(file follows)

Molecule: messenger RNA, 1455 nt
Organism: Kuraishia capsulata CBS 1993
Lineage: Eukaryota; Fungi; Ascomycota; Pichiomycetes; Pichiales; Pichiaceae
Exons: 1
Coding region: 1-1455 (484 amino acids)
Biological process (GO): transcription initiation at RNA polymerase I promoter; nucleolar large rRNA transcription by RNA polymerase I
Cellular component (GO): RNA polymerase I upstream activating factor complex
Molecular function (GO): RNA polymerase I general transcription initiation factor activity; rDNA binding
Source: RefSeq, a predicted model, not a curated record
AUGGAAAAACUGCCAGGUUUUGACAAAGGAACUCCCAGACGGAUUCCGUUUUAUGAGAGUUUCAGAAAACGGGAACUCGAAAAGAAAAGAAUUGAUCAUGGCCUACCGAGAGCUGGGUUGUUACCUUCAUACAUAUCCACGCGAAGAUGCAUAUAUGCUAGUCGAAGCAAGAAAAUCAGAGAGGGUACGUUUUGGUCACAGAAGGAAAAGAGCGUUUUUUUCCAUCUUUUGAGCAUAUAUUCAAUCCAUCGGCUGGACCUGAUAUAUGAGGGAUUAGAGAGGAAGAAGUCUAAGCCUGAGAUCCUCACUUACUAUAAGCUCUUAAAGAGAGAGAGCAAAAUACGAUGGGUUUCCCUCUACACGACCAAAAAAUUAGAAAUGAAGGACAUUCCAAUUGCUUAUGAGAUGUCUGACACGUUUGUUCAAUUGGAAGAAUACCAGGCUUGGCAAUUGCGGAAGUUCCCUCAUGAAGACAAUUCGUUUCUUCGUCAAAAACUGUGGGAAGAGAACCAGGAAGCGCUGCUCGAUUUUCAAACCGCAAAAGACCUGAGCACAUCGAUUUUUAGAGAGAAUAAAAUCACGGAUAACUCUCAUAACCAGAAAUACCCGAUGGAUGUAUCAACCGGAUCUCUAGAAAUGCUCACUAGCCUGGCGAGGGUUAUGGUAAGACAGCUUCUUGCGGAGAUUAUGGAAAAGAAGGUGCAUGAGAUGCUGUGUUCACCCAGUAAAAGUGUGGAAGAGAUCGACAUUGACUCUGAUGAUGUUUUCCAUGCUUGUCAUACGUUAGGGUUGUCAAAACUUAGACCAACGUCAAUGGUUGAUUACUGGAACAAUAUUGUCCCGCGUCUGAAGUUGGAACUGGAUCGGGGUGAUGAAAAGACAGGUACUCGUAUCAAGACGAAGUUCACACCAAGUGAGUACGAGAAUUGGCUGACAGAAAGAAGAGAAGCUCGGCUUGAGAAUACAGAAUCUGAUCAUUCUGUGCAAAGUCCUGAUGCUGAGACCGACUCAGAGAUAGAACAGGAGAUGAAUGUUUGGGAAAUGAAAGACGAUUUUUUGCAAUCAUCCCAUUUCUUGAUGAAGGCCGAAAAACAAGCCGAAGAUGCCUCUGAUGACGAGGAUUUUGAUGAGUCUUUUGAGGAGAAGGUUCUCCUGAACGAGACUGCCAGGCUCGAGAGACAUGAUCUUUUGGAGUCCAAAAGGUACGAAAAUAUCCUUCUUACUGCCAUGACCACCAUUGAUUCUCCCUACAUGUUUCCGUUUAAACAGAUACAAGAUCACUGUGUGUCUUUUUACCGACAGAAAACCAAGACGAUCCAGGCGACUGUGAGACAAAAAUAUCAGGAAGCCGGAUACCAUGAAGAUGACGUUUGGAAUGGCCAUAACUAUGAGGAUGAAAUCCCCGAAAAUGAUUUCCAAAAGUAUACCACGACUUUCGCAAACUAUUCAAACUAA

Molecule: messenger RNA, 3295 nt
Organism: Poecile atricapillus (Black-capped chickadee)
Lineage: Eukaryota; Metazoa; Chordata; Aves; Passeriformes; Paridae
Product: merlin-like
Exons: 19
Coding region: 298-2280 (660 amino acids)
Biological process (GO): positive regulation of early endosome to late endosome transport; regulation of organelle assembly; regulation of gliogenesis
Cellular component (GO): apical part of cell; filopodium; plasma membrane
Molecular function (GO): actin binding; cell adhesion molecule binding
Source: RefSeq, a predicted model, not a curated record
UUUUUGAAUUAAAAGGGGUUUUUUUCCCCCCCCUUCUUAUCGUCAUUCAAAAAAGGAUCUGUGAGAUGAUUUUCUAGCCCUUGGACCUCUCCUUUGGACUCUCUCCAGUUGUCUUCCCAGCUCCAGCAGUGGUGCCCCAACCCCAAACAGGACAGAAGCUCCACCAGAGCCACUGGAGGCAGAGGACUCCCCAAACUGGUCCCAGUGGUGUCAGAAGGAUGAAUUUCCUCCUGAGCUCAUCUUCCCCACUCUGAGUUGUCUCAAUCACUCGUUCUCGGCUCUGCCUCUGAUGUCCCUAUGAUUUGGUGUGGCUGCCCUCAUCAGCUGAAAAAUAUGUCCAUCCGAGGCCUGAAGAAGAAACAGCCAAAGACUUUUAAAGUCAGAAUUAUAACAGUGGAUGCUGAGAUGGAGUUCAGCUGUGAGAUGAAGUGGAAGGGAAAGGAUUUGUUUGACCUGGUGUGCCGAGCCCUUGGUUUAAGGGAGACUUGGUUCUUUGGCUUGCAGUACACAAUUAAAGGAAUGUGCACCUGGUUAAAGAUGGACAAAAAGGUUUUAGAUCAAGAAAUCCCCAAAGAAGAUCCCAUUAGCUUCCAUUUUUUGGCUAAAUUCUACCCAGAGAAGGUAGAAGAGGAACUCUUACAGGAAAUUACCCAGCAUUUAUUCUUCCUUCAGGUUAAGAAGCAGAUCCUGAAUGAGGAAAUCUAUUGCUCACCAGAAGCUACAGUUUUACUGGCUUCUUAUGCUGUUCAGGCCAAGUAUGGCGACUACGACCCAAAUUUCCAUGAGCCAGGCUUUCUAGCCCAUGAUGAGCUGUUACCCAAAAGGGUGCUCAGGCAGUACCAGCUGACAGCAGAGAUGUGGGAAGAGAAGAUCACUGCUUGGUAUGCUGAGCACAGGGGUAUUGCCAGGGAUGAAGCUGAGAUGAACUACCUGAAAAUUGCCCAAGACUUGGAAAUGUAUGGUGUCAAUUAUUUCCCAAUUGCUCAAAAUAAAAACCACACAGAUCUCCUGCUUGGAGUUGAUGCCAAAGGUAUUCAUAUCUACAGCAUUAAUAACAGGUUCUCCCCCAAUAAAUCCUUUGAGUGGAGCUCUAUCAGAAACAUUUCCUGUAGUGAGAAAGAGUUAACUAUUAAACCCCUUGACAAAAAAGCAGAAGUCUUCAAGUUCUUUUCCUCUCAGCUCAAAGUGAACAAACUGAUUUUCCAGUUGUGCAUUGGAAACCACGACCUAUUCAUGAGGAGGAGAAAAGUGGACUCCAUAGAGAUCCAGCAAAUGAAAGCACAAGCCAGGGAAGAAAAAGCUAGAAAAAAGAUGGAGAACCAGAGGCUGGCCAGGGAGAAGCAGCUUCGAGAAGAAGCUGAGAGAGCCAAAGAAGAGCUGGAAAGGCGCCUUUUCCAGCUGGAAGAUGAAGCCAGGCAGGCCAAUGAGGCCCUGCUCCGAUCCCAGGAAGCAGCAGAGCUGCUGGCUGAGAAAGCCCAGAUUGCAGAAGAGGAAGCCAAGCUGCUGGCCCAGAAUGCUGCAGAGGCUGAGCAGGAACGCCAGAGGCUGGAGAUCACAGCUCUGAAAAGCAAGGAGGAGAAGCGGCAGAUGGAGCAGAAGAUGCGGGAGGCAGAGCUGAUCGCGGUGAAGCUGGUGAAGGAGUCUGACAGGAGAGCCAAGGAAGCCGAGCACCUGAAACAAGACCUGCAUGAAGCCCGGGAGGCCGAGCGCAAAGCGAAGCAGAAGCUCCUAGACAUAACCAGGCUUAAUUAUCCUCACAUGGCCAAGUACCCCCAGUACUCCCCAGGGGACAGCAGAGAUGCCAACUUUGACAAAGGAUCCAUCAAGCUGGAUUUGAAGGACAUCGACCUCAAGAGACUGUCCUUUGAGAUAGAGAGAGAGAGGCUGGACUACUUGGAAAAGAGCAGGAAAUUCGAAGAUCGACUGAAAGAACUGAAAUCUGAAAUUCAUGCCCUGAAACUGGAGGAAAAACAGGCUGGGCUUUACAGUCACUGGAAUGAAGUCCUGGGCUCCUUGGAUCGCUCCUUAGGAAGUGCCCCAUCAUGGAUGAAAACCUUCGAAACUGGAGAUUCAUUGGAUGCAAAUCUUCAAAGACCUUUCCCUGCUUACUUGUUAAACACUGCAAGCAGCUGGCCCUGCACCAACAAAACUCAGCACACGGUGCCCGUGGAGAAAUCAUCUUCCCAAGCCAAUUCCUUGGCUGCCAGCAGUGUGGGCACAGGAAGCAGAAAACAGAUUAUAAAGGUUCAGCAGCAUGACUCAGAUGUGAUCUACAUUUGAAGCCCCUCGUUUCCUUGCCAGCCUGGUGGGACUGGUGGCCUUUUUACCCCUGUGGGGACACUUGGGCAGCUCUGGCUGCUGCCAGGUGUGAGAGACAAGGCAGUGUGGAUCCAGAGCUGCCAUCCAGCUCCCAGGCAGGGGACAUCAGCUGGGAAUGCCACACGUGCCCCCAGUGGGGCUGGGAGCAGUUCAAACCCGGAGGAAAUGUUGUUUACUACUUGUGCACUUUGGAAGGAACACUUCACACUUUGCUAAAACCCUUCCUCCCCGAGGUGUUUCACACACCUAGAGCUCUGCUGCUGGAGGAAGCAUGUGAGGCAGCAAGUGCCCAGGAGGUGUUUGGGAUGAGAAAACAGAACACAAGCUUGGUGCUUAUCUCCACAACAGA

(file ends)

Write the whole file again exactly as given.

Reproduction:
Molecule: messenger RNA, 1455 nt
Organism: Kuraishia capsulata CBS 1993
Lineage: Eukaryota; Fungi; Ascomycota; Pichiomycetes; Pichiales; Pichiaceae
Exons: 1
Coding region: 1-1455 (484 amino acids)
Biological process (GO): transcription initiation at RNA polymerase I promoter; nucleolar large rRNA transcription by RNA polymerase I
Cellular component (GO): RNA polymerase I upstream activating factor complex
Molecular function (GO): RNA polymerase I general transcription initiation factor activity; rDNA binding
Source: RefSeq, a predicted model, not a curated record
AUGGAAAAACUGCCAGGUUUUGACAAAGGAACUCCCAGACGGAUUCCGUUUUAUGAGAGUUUCAGAAAACGGGAACUCGAAAAGAAAAGAAUUGAUCAUGGCCUACCGAGAGCUGGGUUGUUACCUUCAUACAUAUCCACGCGAAGAUGCAUAUAUGCUAGUCGAAGCAAGAAAAUCAGAGAGGGUACGUUUUGGUCACAGAAGGAAAAGAGCGUUUUUUUCCAUCUUUUGAGCAUAUAUUCAAUCCAUCGGCUGGACCUGAUAUAUGAGGGAUUAGAGAGGAAGAAGUCUAAGCCUGAGAUCCUCACUUACUAUAAGCUCUUAAAGAGAGAGAGCAAAAUACGAUGGGUUUCCCUCUACACGACCAAAAAAUUAGAAAUGAAGGACAUUCCAAUUGCUUAUGAGAUGUCUGACACGUUUGUUCAAUUGGAAGAAUACCAGGCUUGGCAAUUGCGGAAGUUCCCUCAUGAAGACAAUUCGUUUCUUCGUCAAAAACUGUGGGAAGAGAACCAGGAAGCGCUGCUCGAUUUUCAAACCGCAAAAGACCUGAGCACAUCGAUUUUUAGAGAGAAUAAAAUCACGGAUAACUCUCAUAACCAGAAAUACCCGAUGGAUGUAUCAACCGGAUCUCUAGAAAUGCUCACUAGCCUGGCGAGGGUUAUGGUAAGACAGCUUCUUGCGGAGAUUAUGGAAAAGAAGGUGCAUGAGAUGCUGUGUUCACCCAGUAAAAGUGUGGAAGAGAUCGACAUUGACUCUGAUGAUGUUUUCCAUGCUUGUCAUACGUUAGGGUUGUCAAAACUUAGACCAACGUCAAUGGUUGAUUACUGGAACAAUAUUGUCCCGCGUCUGAAGUUGGAACUGGAUCGGGGUGAUGAAAAGACAGGUACUCGUAUCAAGACGAAGUUCACACCAAGUGAGUACGAGAAUUGGCUGACAGAAAGAAGAGAAGCUCGGCUUGAGAAUACAGAAUCUGAUCAUUCUGUGCAAAGUCCUGAUGCUGAGACCGACUCAGAGAUAGAACAGGAGAUGAAUGUUUGGGAAAUGAAAGACGAUUUUUUGCAAUCAUCCCAUUUCUUGAUGAAGGCCGAAAAACAAGCCGAAGAUGCCUCUGAUGACGAGGAUUUUGAUGAGUCUUUUGAGGAGAAGGUUCUCCUGAACGAGACUGCCAGGCUCGAGAGACAUGAUCUUUUGGAGUCCAAAAGGUACGAAAAUAUCCUUCUUACUGCCAUGACCACCAUUGAUUCUCCCUACAUGUUUCCGUUUAAACAGAUACAAGAUCACUGUGUGUCUUUUUACCGACAGAAAACCAAGACGAUCCAGGCGACUGUGAGACAAAAAUAUCAGGAAGCCGGAUACCAUGAAGAUGACGUUUGGAAUGGCCAUAACUAUGAGGAUGAAAUCCCCGAAAAUGAUUUCCAAAAGUAUACCACGACUUUCGCAAACUAUUCAAACUAA

Molecule: messenger RNA, 3295 nt
Organism: Poecile atricapillus (Black-capped chickadee)
Lineage: Eukaryota; Metazoa; Chordata; Aves; Passeriformes; Paridae
Product: merlin-like
Exons: 19
Coding region: 298-2280 (660 amino acids)
Biological process (GO): positive regulation of early endosome to late endosome transport; regulation of organelle assembly; regulation of gliogenesis
Cellular component (GO): apical part of cell; filopodium; plasma membrane
Molecular function (GO): actin binding; cell adhesion molecule binding
Source: RefSeq, a predicted model, not a curated record
UUUUUGAAUUAAAAGGGGUUUUUUUCCCCCCCCUUCUUAUCGUCAUUCAAAAAAGGAUCUGUGAGAUGAUUUUCUAGCCCUUGGACCUCUCCUUUGGACUCUCUCCAGUUGUCUUCCCAGCUCCAGCAGUGGUGCCCCAACCCCAAACAGGACAGAAGCUCCACCAGAGCCACUGGAGGCAGAGGACUCCCCAAACUGGUCCCAGUGGUGUCAGAAGGAUGAAUUUCCUCCUGAGCUCAUCUUCCCCACUCUGAGUUGUCUCAAUCACUCGUUCUCGGCUCUGCCUCUGAUGUCCCUAUGAUUUGGUGUGGCUGCCCUCAUCAGCUGAAAAAUAUGUCCAUCCGAGGCCUGAAGAAGAAACAGCCAAAGACUUUUAAAGUCAGAAUUAUAACAGUGGAUGCUGAGAUGGAGUUCAGCUGUGAGAUGAAGUGGAAGGGAAAGGAUUUGUUUGACCUGGUGUGCCGAGCCCUUGGUUUAAGGGAGACUUGGUUCUUUGGCUUGCAGUACACAAUUAAAGGAAUGUGCACCUGGUUAAAGAUGGACAAAAAGGUUUUAGAUCAAGAAAUCCCCAAAGAAGAUCCCAUUAGCUUCCAUUUUUUGGCUAAAUUCUACCCAGAGAAGGUAGAAGAGGAACUCUUACAGGAAAUUACCCAGCAUUUAUUCUUCCUUCAGGUUAAGAAGCAGAUCCUGAAUGAGGAAAUCUAUUGCUCACCAGAAGCUACAGUUUUACUGGCUUCUUAUGCUGUUCAGGCCAAGUAUGGCGACUACGACCCAAAUUUCCAUGAGCCAGGCUUUCUAGCCCAUGAUGAGCUGUUACCCAAAAGGGUGCUCAGGCAGUACCAGCUGACAGCAGAGAUGUGGGAAGAGAAGAUCACUGCUUGGUAUGCUGAGCACAGGGGUAUUGCCAGGGAUGAAGCUGAGAUGAACUACCUGAAAAUUGCCCAAGACUUGGAAAUGUAUGGUGUCAAUUAUUUCCCAAUUGCUCAAAAUAAAAACCACACAGAUCUCCUGCUUGGAGUUGAUGCCAAAGGUAUUCAUAUCUACAGCAUUAAUAACAGGUUCUCCCCCAAUAAAUCCUUUGAGUGGAGCUCUAUCAGAAACAUUUCCUGUAGUGAGAAAGAGUUAACUAUUAAACCCCUUGACAAAAAAGCAGAAGUCUUCAAGUUCUUUUCCUCUCAGCUCAAAGUGAACAAACUGAUUUUCCAGUUGUGCAUUGGAAACCACGACCUAUUCAUGAGGAGGAGAAAAGUGGACUCCAUAGAGAUCCAGCAAAUGAAAGCACAAGCCAGGGAAGAAAAAGCUAGAAAAAAGAUGGAGAACCAGAGGCUGGCCAGGGAGAAGCAGCUUCGAGAAGAAGCUGAGAGAGCCAAAGAAGAGCUGGAAAGGCGCCUUUUCCAGCUGGAAGAUGAAGCCAGGCAGGCCAAUGAGGCCCUGCUCCGAUCCCAGGAAGCAGCAGAGCUGCUGGCUGAGAAAGCCCAGAUUGCAGAAGAGGAAGCCAAGCUGCUGGCCCAGAAUGCUGCAGAGGCUGAGCAGGAACGCCAGAGGCUGGAGAUCACAGCUCUGAAAAGCAAGGAGGAGAAGCGGCAGAUGGAGCAGAAGAUGCGGGAGGCAGAGCUGAUCGCGGUGAAGCUGGUGAAGGAGUCUGACAGGAGAGCCAAGGAAGCCGAGCACCUGAAACAAGACCUGCAUGAAGCCCGGGAGGCCGAGCGCAAAGCGAAGCAGAAGCUCCUAGACAUAACCAGGCUUAAUUAUCCUCACAUGGCCAAGUACCCCCAGUACUCCCCAGGGGACAGCAGAGAUGCCAACUUUGACAAAGGAUCCAUCAAGCUGGAUUUGAAGGACAUCGACCUCAAGAGACUGUCCUUUGAGAUAGAGAGAGAGAGGCUGGACUACUUGGAAAAGAGCAGGAAAUUCGAAGAUCGACUGAAAGAACUGAAAUCUGAAAUUCAUGCCCUGAAACUGGAGGAAAAACAGGCUGGGCUUUACAGUCACUGGAAUGAAGUCCUGGGCUCCUUGGAUCGCUCCUUAGGAAGUGCCCCAUCAUGGAUGAAAACCUUCGAAACUGGAGAUUCAUUGGAUGCAAAUCUUCAAAGACCUUUCCCUGCUUACUUGUUAAACACUGCAAGCAGCUGGCCCUGCACCAACAAAACUCAGCACACGGUGCCCGUGGAGAAAUCAUCUUCCCAAGCCAAUUCCUUGGCUGCCAGCAGUGUGGGCACAGGAAGCAGAAAACAGAUUAUAAAGGUUCAGCAGCAUGACUCAGAUGUGAUCUACAUUUGAAGCCCCUCGUUUCCUUGCCAGCCUGGUGGGACUGGUGGCCUUUUUACCCCUGUGGGGACACUUGGGCAGCUCUGGCUGCUGCCAGGUGUGAGAGACAAGGCAGUGUGGAUCCAGAGCUGCCAUCCAGCUCCCAGGCAGGGGACAUCAGCUGGGAAUGCCACACGUGCCCCCAGUGGGGCUGGGAGCAGUUCAAACCCGGAGGAAAUGUUGUUUACUACUUGUGCACUUUGGAAGGAACACUUCACACUUUGCUAAAACCCUUCCUCCCCGAGGUGUUUCACACACCUAGAGCUCUGCUGCUGGAGGAAGCAUGUGAGGCAGCAAGUGCCCAGGAGGUGUUUGGGAUGAGAAAACAGAACACAAGCUUGGUGCUUAUCUCCACAACAGA